So, I am writing this with a body that is broken down into a series of pain zones. My head is swirling right now actually after getting 4 hours of sleep. Clay and I got back to the transit house around 3:30 last night, then we gorged ourselves on the wonderful guacamole Patrice made. Then, I passed out.

Needless to say, I am hung over. On Flag, that is. I like it more than Brakina, or SO. B. Bra, the typical three beers they serve in Burkina. Ooh, the monitor is fluttering, eek. I planned the COS party (Close of Service) with Babette. We typically have these parties to send the COSing group out of country. It is a celebration of their service. I am going to miss Leslie, Aaron, Jeremy, Ben, Josh, and all the others. I have really bonded well with the group that came in-country about 9 months ahead of us, they are really cool.

We started the party at the transit house then after 3 hours moved it to a club close to centreville Ouagadougou called Le Pandora. It's a cool spot. Thanks to the Peace Corps, who gave us a vehicle and one of the coolest drivers Idrissa, getting to the club was cool. A big shout goes out to administration for being so cooperative with the COS party planning. They showed a lot of support and offered some good critique.

Overall, the party was good. Some people got way too drunk way too quickly, as is usually the case. I won't name names. The house party went well, then we got to the club, and about 3 people left right there. Two were sick, one from being too drunk, and the third was just too drunk to really function. Caleb, we love you, you are hilarious! Everybody was having a good time. There were some Americans there, as well as French. It was disappointing to see some people were taking from our 60 L of beer we had bought. One cat, a Brit as it turns out, was taking beer as he pleased. I didn't like the looks of him, but Clay and him struck it up and it turns out I probably would have gotten along with the guy real well. Clay started talking to him about Oregon. The guy said he lived in Corvallis and went to OSU for 9 months. He hated Corvallis. Yeah, it's not the greatest place, but it isn't that bad. He asked Clay if I hadn't given up my pocket knife yet. They were talking about the kind of professional class in Oregon that loves to get out into the wild, run trails, check the river, hike the mountain. He thought it was ridiculous. Funny to see some Brit in flat Burkina talking about a place I lived as he drinks beer provided him by the US Government and some of it's best workers. That's a blatant shout out to all volunteers.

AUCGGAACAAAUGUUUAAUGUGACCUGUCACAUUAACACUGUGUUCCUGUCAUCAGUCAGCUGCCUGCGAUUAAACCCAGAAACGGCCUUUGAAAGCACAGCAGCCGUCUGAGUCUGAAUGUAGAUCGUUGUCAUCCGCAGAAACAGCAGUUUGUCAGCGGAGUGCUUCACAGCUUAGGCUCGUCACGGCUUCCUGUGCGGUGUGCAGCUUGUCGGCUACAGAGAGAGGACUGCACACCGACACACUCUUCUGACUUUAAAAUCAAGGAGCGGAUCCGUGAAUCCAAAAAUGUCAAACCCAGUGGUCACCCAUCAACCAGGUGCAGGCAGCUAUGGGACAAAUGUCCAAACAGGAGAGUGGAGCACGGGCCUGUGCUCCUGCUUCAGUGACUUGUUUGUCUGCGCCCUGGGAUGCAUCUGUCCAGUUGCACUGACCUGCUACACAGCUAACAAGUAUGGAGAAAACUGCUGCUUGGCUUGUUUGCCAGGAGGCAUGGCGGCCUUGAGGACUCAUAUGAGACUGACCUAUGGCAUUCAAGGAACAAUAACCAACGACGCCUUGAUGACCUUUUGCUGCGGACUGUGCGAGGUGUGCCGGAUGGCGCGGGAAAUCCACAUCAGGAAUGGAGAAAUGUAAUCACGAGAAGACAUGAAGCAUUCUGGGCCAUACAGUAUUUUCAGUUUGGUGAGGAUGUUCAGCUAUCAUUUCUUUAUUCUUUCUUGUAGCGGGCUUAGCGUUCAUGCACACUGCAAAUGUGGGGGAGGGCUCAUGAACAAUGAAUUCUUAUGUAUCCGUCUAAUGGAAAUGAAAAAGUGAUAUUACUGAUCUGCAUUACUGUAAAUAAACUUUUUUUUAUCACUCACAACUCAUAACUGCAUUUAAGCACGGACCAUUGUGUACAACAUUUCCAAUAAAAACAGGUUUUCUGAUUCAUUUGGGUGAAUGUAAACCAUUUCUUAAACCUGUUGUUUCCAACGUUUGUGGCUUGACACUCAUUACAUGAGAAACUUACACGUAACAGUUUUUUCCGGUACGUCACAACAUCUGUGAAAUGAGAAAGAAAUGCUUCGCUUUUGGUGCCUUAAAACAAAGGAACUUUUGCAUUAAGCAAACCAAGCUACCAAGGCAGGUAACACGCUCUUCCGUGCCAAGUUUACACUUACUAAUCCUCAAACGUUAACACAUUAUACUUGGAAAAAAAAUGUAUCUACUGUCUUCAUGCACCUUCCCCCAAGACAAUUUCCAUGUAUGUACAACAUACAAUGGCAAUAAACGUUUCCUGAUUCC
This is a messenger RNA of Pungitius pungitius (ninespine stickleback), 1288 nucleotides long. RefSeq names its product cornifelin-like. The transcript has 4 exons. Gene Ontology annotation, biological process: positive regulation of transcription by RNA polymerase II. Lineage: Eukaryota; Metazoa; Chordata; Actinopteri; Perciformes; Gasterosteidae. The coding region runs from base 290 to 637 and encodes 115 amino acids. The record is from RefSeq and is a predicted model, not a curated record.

Outside of somebody peeing underneath an A/C unit near an electrical hub, the night at the club went well. The DJ was a fuck, not letting me speak on the microphone to announce the King and Queen of the COS stage for our Homecoming themed party. Clay and I also had a near altercation with a Ghanaian taxi driver, but we cut on him and took Omar's cab. But, the dancing was fun and the food wasn't bad. I did have some fun, maybe too much at times, as I was one of the people in charge of making sure nothing bad went wrong. But hey, we did it up and didn't break or ruin anything, so I would say we did quite well.

OK, happy trails. More to come soon. Headed back up to Ouahigouya for week 10 of stage. The new kids are coming around. Funny I was like that once! Much love!

Saturday, August 2, 2008